North Korea: Playing with fire

Kim-Jong-Un’s calculation that there is not much more the west can do to him by way of sanctions or diplomatic isolation is a factor in his brazen confidence

 

The decision by Kim Jong-un on Sunday to fire a satellite-bearing rocket into space was, in reality, almost certainly the illegal test launch of a ballistic missile with potential to deliver a nuclear warhead to the western US mainland.

North Korea is still some way from having thecapacity to deliver such an attack but its refusal even slightly to curtail such testing is causing widespread alarm around the Pacific and seems set to provoke another dangerous ratcheting up of regional tensions.

As the US, Japan and South Korea step up co-operation on missile defence projects – the launch will significantly weaken internal South Korean opposition to such co-operation – all three will also turn to China to put manners on its wayward ally. To little avail. Beijing seems likely to do little beyond once again deploring Pyonyang’s actions.

It may be furious at North Korea’s repeated provocations, but is torn. Harsh economic sanctions, notably cutting off vital oil supplies, could precipitate a major refugee influx across its own border, and North Korea descended into chaos and famine. Or, worse still, see the North implode politically, ushering in unification with the South. Better, Beijing calculates, to sit on its hands.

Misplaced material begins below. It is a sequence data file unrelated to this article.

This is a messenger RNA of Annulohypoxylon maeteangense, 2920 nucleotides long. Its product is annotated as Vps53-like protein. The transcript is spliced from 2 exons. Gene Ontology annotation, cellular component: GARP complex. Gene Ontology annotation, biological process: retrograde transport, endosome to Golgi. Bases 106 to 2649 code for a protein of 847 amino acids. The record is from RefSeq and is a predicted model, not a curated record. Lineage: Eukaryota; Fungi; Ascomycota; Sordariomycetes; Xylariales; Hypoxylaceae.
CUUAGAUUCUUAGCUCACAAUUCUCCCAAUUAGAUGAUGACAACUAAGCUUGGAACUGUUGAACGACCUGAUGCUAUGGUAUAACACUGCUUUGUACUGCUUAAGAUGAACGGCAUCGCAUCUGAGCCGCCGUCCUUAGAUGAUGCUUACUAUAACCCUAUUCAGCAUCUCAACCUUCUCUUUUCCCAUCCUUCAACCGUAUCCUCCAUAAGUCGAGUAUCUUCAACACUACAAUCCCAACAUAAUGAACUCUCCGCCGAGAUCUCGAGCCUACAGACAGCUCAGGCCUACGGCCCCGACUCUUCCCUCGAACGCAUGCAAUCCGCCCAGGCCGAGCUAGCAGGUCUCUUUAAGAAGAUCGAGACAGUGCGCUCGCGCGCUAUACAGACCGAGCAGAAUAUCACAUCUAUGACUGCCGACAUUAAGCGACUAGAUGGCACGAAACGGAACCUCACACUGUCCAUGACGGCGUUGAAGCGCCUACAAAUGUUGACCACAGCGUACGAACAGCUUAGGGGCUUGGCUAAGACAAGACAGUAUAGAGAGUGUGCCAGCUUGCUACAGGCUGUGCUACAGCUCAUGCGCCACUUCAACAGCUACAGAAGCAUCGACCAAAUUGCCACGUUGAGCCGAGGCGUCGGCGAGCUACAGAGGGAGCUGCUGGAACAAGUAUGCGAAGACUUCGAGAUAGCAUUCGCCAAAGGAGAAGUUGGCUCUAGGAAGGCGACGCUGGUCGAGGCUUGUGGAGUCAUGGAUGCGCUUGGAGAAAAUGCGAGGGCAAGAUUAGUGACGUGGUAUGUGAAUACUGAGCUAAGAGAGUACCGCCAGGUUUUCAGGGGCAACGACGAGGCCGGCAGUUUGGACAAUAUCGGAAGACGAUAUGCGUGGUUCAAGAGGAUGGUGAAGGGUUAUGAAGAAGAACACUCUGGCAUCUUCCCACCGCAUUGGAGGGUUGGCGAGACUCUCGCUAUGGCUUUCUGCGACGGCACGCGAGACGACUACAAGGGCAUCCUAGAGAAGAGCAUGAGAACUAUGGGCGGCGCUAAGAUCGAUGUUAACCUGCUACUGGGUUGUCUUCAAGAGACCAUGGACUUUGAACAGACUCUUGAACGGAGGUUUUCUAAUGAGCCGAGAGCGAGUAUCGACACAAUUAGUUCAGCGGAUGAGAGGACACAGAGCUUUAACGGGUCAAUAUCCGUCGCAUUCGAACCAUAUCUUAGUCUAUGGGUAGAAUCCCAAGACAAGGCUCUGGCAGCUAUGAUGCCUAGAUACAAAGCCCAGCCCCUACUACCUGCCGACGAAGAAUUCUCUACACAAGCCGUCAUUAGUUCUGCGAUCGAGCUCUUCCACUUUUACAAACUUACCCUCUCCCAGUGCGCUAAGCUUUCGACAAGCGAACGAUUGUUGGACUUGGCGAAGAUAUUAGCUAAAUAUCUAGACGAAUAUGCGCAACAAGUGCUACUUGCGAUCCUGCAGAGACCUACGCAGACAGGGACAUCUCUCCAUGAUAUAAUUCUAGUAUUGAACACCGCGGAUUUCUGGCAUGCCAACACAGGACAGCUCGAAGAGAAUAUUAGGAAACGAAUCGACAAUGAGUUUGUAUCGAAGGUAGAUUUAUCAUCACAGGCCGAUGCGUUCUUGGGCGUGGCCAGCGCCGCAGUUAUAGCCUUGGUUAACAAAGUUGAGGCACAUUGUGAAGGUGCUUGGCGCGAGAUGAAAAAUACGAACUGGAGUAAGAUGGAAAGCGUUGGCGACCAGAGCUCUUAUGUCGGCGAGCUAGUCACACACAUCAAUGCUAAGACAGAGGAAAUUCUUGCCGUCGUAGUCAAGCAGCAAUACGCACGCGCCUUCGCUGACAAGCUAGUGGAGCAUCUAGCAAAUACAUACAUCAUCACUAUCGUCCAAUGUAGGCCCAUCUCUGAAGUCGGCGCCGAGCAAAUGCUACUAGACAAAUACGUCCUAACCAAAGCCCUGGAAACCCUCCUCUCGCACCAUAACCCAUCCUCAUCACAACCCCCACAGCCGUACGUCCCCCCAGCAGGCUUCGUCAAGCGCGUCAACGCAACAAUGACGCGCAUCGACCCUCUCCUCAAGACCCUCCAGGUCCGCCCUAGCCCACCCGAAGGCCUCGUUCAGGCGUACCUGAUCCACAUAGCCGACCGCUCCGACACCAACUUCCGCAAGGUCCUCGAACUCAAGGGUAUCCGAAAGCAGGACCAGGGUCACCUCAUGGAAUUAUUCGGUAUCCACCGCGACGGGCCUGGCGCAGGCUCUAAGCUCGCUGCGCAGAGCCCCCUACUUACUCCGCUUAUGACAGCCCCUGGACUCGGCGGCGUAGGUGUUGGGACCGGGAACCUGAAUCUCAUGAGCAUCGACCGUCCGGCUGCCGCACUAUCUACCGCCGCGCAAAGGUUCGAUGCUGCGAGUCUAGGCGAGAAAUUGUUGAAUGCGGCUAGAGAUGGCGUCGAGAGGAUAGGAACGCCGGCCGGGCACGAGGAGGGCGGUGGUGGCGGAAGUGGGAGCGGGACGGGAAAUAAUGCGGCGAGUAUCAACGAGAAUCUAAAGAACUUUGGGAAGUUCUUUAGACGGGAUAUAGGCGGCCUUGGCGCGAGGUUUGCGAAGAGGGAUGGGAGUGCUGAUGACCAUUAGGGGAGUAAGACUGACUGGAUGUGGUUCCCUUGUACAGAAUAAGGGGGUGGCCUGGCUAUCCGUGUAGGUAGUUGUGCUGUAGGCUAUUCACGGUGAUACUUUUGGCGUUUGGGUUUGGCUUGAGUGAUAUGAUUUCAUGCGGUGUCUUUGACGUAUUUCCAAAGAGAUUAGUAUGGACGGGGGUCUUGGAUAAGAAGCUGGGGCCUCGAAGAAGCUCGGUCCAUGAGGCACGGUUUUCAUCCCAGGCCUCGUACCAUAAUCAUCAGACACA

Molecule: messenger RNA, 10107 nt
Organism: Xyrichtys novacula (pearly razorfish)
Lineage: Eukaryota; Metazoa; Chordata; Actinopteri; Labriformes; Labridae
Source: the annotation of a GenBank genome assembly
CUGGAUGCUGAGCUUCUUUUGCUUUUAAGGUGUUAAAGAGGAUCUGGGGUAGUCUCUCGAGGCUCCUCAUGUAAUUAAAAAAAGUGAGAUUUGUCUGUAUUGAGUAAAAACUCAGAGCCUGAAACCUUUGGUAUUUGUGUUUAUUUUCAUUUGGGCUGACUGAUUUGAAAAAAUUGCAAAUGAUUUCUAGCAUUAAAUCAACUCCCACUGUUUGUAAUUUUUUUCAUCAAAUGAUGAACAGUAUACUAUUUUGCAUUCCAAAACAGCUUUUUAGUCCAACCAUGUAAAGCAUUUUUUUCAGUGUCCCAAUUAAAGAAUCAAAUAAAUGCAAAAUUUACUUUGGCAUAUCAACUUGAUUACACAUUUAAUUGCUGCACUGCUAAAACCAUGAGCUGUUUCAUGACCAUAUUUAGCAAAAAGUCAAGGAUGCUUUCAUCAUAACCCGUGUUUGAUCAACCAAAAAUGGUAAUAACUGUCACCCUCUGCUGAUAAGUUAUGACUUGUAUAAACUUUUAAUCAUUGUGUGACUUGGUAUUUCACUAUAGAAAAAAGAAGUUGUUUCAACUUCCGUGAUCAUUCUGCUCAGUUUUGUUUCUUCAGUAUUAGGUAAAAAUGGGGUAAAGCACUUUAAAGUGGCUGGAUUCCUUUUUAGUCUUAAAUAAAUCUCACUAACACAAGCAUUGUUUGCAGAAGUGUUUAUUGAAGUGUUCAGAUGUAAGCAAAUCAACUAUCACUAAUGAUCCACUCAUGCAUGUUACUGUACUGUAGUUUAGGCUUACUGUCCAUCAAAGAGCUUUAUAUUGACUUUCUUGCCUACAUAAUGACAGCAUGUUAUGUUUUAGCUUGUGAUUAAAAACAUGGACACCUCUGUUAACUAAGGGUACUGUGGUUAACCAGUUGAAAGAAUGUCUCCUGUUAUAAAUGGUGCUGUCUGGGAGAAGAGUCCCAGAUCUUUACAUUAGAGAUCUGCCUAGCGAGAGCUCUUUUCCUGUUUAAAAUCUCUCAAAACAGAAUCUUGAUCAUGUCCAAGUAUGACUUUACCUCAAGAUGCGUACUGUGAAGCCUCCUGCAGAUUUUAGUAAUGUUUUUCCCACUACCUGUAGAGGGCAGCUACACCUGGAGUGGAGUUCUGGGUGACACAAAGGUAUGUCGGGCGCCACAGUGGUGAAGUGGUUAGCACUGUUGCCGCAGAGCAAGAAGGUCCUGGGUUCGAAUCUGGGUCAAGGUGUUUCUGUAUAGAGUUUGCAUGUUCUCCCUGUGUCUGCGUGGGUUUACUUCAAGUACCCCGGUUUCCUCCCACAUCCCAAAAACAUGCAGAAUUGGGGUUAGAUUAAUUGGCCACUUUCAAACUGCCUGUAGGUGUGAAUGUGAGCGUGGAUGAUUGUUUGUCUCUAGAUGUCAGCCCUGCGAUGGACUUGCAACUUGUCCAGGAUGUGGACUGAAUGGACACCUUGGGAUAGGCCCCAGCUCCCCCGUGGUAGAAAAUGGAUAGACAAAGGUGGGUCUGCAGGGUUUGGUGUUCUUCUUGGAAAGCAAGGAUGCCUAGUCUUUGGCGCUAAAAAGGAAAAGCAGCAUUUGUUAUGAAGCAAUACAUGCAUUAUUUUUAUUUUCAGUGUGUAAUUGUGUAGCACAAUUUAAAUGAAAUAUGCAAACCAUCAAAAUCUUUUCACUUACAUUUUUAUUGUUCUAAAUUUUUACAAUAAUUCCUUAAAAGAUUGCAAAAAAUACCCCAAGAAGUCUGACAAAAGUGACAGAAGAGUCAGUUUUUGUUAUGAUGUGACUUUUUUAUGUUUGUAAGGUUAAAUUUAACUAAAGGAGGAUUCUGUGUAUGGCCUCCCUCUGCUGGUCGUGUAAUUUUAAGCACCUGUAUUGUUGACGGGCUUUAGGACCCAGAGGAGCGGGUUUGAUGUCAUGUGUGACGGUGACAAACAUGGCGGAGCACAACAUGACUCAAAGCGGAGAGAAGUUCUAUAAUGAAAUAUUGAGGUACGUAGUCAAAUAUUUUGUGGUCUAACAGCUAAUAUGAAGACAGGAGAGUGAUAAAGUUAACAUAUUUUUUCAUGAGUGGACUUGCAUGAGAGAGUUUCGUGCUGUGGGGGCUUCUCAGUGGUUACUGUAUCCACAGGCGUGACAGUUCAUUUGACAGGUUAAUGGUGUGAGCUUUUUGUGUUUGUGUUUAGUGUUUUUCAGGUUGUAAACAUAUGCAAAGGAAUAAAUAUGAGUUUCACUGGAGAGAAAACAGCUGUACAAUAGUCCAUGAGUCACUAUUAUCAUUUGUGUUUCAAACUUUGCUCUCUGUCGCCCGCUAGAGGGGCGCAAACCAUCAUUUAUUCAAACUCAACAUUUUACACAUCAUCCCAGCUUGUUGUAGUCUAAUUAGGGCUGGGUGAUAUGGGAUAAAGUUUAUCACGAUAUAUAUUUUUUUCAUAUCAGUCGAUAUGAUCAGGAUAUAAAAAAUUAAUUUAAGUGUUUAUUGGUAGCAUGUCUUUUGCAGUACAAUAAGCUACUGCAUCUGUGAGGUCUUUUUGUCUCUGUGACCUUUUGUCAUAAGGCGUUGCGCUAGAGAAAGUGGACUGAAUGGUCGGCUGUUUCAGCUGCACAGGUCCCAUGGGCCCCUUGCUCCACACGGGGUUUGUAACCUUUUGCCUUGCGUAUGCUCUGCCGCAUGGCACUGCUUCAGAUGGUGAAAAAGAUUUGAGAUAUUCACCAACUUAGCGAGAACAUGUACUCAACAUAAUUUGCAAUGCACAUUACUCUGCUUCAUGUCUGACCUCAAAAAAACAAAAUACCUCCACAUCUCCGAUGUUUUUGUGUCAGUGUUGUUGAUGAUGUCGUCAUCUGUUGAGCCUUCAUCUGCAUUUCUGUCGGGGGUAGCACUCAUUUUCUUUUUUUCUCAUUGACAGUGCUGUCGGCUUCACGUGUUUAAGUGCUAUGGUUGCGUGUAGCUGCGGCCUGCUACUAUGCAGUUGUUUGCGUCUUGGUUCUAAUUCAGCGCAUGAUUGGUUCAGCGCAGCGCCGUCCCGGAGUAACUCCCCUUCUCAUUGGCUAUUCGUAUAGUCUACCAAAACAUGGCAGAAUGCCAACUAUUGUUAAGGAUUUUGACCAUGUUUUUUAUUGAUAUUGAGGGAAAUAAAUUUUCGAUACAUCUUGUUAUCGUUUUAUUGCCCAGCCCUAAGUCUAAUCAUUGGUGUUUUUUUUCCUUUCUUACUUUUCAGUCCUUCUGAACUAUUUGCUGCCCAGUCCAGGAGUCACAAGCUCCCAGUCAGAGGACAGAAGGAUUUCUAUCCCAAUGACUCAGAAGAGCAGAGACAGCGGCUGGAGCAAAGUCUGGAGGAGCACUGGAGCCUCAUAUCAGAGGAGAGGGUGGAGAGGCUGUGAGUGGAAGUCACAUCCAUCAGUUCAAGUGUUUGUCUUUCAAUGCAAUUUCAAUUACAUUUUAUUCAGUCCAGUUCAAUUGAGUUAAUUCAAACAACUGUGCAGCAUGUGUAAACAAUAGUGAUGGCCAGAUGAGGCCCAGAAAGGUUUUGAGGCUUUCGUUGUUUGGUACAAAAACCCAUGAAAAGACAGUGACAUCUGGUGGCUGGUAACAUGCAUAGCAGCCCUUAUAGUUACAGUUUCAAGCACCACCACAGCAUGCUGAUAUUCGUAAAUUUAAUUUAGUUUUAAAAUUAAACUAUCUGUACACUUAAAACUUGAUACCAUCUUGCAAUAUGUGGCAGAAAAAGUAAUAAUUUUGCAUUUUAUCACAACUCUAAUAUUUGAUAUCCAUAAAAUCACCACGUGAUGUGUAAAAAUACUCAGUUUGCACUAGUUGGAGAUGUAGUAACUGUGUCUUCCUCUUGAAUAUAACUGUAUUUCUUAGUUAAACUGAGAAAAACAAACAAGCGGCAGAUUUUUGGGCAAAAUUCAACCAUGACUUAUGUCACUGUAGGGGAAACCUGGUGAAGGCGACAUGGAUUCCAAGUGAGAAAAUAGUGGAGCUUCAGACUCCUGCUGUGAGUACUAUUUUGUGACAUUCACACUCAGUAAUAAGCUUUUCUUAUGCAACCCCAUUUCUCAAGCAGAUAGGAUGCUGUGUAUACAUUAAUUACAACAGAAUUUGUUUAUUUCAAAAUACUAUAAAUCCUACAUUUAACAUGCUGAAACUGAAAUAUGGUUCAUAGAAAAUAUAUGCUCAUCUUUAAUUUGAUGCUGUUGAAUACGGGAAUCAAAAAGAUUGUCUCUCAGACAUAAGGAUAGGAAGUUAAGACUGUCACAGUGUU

Kim-Jong-Un’s calculation that there is not much more that the west can do to him by way of sanctions or diplomatic isolation is certainly a factor in his brazen confidence. But it may be misplaced.

He is playing with fire. Not least because the move has already prompted a significant new round of military co-operation talks between the US, Japan and South Korea, and a ne w commitment to build up of missile defence technology that could destabilise relations not only with Pyongyang but between the US and China.

Beijing, at odds with the US over its reaction to the building of artificial islands in the disputed South China Sea, quickly expressed “deep concern” about the threat to deploy a radar system which could penetrate Chinese territory.

Tthe UN security council met again on Sunday in emergency session to consider further sanctions.

But critical to any effective response must be the beginnings in Beijing of a reappraisal of its hands-off policy which is now undermining its own strategic interests.

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